With regard to life and death, there are divergent views.
People in the Western world believe in the philosophy of hedonism.
The purpose of life, according to them, is eating, drinking and mating.
In the West, death is considered as a tragedy.
An “untimely” death, before the age of 80 or 90 years, is a grave tragedy!
Westerners are not able to easily overcome grief over the death of their loved ones. Generally they continue to suffer interminably.
However in the Eastern World, especially India, people believe that life is something which has to be endured for one’s “karmas” (physical or mental actions) in one’s previous births.
In the Eastern philosophy, life is nothing but अज़ाब (divine punishment for the sins committed in the previous births).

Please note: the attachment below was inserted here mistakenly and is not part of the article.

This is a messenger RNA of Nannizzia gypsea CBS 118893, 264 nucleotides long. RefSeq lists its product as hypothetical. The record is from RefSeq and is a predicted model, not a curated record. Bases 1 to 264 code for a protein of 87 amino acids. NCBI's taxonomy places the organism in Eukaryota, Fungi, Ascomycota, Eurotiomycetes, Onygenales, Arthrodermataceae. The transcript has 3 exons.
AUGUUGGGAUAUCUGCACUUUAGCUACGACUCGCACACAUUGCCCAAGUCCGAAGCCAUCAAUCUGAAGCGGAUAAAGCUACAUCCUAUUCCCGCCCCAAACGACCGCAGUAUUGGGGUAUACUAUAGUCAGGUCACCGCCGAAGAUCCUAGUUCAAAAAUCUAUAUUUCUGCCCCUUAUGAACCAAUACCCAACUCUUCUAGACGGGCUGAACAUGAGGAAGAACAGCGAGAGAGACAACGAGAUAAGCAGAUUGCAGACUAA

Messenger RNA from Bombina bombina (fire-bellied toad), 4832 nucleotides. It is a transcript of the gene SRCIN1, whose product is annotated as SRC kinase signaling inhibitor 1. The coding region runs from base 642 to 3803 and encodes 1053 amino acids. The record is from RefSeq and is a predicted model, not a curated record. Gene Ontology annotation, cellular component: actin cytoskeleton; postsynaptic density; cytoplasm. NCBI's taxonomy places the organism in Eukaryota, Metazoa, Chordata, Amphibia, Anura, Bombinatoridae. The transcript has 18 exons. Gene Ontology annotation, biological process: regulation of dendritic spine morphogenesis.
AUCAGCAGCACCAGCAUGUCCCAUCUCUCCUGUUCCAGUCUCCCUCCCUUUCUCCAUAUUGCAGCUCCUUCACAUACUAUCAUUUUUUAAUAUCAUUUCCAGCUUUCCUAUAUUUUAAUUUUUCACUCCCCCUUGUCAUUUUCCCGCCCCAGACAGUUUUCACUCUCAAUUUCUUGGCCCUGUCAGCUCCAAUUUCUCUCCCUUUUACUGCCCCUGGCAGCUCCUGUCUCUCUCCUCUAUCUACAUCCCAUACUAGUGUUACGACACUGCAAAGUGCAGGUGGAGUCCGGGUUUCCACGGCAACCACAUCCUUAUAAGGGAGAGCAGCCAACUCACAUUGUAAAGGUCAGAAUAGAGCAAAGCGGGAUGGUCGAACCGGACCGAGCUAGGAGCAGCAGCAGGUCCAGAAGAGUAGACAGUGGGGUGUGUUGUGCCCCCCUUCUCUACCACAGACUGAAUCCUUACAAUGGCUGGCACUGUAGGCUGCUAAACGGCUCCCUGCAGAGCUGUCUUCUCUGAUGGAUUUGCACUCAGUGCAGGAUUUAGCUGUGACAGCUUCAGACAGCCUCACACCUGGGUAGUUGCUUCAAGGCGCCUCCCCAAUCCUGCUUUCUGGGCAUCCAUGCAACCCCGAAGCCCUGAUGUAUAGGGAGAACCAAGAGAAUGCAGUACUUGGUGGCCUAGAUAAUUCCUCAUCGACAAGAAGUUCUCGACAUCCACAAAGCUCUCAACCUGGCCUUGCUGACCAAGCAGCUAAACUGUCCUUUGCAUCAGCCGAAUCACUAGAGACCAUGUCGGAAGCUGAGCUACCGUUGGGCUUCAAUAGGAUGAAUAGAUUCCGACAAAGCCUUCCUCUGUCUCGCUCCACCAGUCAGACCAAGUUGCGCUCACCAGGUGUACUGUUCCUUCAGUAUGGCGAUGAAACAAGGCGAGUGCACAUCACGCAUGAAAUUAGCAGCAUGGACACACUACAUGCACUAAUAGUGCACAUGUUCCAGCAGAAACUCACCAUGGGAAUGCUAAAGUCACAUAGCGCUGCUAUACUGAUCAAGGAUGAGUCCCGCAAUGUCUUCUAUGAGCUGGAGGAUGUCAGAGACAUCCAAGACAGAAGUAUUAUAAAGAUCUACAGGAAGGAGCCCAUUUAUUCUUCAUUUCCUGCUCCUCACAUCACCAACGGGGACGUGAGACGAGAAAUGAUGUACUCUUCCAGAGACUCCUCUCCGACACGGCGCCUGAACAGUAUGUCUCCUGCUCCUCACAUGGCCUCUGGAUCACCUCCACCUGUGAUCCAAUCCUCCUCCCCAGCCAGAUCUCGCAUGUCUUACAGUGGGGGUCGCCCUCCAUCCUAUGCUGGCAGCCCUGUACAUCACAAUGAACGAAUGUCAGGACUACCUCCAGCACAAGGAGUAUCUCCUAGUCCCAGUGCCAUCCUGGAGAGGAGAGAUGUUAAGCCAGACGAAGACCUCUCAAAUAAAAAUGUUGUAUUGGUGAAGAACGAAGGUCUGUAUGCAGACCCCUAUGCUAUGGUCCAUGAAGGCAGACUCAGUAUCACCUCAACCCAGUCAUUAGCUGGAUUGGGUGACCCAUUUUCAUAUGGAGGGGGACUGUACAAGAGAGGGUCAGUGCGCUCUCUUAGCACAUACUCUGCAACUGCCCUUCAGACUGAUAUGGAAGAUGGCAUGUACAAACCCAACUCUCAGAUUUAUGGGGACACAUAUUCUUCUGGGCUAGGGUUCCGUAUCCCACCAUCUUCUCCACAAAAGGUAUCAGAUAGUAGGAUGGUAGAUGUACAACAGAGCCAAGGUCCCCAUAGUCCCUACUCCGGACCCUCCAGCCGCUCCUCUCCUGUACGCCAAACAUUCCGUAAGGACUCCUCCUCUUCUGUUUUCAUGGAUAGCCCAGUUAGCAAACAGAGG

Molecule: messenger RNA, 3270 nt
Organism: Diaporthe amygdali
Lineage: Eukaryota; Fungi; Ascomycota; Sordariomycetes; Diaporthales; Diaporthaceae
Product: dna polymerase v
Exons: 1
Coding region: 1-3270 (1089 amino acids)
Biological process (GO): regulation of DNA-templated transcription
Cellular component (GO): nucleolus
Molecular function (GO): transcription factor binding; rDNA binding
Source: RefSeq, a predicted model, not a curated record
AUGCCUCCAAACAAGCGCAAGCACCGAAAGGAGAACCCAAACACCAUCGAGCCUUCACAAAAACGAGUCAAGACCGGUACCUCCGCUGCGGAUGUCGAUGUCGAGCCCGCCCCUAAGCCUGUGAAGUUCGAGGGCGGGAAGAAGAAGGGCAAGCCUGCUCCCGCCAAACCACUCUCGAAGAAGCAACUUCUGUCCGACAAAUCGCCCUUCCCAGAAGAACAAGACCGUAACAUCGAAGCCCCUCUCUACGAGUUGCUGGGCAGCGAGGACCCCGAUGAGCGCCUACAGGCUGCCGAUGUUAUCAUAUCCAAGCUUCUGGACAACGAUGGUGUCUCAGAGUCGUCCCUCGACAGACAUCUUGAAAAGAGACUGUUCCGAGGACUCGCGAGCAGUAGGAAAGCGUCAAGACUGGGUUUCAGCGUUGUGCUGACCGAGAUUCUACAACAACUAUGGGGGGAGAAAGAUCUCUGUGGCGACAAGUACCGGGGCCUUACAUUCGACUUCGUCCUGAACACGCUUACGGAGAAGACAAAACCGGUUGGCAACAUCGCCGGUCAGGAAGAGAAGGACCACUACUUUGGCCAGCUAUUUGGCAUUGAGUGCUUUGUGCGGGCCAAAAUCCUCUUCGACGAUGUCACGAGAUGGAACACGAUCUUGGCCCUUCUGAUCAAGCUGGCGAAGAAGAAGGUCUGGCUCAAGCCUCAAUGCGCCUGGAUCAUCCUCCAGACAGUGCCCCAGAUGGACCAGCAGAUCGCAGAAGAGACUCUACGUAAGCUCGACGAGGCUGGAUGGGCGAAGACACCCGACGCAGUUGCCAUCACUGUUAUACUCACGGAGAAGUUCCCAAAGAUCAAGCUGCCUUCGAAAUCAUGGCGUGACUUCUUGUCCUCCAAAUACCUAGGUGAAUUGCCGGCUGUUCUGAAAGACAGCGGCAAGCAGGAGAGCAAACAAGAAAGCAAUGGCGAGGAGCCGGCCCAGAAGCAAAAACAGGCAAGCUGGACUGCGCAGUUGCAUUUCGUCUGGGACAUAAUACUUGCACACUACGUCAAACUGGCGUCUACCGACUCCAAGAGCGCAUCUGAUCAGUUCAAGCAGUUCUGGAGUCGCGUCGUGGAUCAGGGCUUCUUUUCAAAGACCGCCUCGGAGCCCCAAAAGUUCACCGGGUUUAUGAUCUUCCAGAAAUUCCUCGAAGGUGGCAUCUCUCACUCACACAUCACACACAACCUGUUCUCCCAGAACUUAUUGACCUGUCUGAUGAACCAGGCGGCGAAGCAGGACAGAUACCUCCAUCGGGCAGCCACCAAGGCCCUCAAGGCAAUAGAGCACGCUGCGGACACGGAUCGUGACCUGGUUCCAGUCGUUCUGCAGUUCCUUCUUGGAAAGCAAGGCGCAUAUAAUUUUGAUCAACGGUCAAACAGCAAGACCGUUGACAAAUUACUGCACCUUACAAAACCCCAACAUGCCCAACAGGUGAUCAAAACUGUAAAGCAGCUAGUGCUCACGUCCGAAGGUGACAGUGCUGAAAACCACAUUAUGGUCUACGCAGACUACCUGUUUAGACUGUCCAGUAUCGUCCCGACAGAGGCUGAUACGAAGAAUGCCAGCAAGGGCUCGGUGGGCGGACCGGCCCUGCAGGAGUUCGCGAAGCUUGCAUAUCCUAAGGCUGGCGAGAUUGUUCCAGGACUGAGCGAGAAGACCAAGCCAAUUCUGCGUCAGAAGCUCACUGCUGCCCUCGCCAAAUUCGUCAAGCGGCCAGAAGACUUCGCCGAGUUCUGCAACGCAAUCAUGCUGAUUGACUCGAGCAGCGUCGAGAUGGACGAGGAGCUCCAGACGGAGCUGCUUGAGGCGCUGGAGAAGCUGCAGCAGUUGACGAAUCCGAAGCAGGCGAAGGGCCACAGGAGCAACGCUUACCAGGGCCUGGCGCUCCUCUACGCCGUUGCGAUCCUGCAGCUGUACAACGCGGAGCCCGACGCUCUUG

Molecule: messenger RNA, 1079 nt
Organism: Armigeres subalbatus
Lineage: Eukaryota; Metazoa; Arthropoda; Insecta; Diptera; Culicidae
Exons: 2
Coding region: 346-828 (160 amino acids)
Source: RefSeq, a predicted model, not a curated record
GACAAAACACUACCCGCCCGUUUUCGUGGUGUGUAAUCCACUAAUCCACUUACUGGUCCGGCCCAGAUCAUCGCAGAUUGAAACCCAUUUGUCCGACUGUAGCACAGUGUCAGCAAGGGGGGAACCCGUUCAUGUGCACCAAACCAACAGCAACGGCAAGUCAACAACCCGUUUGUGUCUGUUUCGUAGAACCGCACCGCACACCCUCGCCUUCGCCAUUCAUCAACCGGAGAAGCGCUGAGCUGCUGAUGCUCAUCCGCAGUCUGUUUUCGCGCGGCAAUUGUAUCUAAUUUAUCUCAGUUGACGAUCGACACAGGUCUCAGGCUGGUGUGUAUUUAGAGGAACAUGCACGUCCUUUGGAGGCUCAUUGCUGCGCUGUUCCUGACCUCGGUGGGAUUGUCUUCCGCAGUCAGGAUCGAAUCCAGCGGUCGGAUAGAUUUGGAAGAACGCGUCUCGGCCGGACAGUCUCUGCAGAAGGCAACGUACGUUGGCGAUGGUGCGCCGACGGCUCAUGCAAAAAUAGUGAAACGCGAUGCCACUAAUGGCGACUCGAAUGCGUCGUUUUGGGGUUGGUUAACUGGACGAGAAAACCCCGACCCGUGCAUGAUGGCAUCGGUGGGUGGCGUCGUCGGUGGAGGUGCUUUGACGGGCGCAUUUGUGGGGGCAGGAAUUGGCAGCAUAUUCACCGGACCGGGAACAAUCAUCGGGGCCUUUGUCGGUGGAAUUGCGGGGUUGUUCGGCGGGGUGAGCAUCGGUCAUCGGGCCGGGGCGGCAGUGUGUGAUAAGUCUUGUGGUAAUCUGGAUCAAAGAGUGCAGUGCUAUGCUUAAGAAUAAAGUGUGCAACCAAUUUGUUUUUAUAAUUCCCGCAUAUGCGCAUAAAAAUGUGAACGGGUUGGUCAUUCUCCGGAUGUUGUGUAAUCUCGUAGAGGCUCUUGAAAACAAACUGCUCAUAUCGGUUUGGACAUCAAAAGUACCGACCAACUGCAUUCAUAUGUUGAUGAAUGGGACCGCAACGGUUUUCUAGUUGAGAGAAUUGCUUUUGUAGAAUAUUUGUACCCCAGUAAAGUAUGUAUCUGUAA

Unlike Western philosophy, Eastern philosophy opines that the sole and ultimate objective of human life is to get freedom from the cycle of life and death.
To eternally merge oneself with the Supersoul and attain bliss.
In Srimad Bhagavadgeeta, Lord Krishna has clearly stated that one should never grieve over the death of one’s loved ones as death only means destruction of old, worn out clothes (bodies).
As a soul is eternal, it acquires new clothes (body).
A soul cannot be burnt by fire, wet by water, dried by the leaves or cut with swords.
Eastern philosophy accepts death rather nonchalantly as “God’s Wish”.
In Sri Ramcharitmanas, Goswami Tulsidas ji has aptly written :
होइहि सोइ जो राम रचि राखा।
को करि तर्क बढ़ावै साखा॥
Whatever Lord Rama has destined, only that shall happen.
There’s no use applying one’s so called wisdom and arguing.
~ Sanjay Gargish ~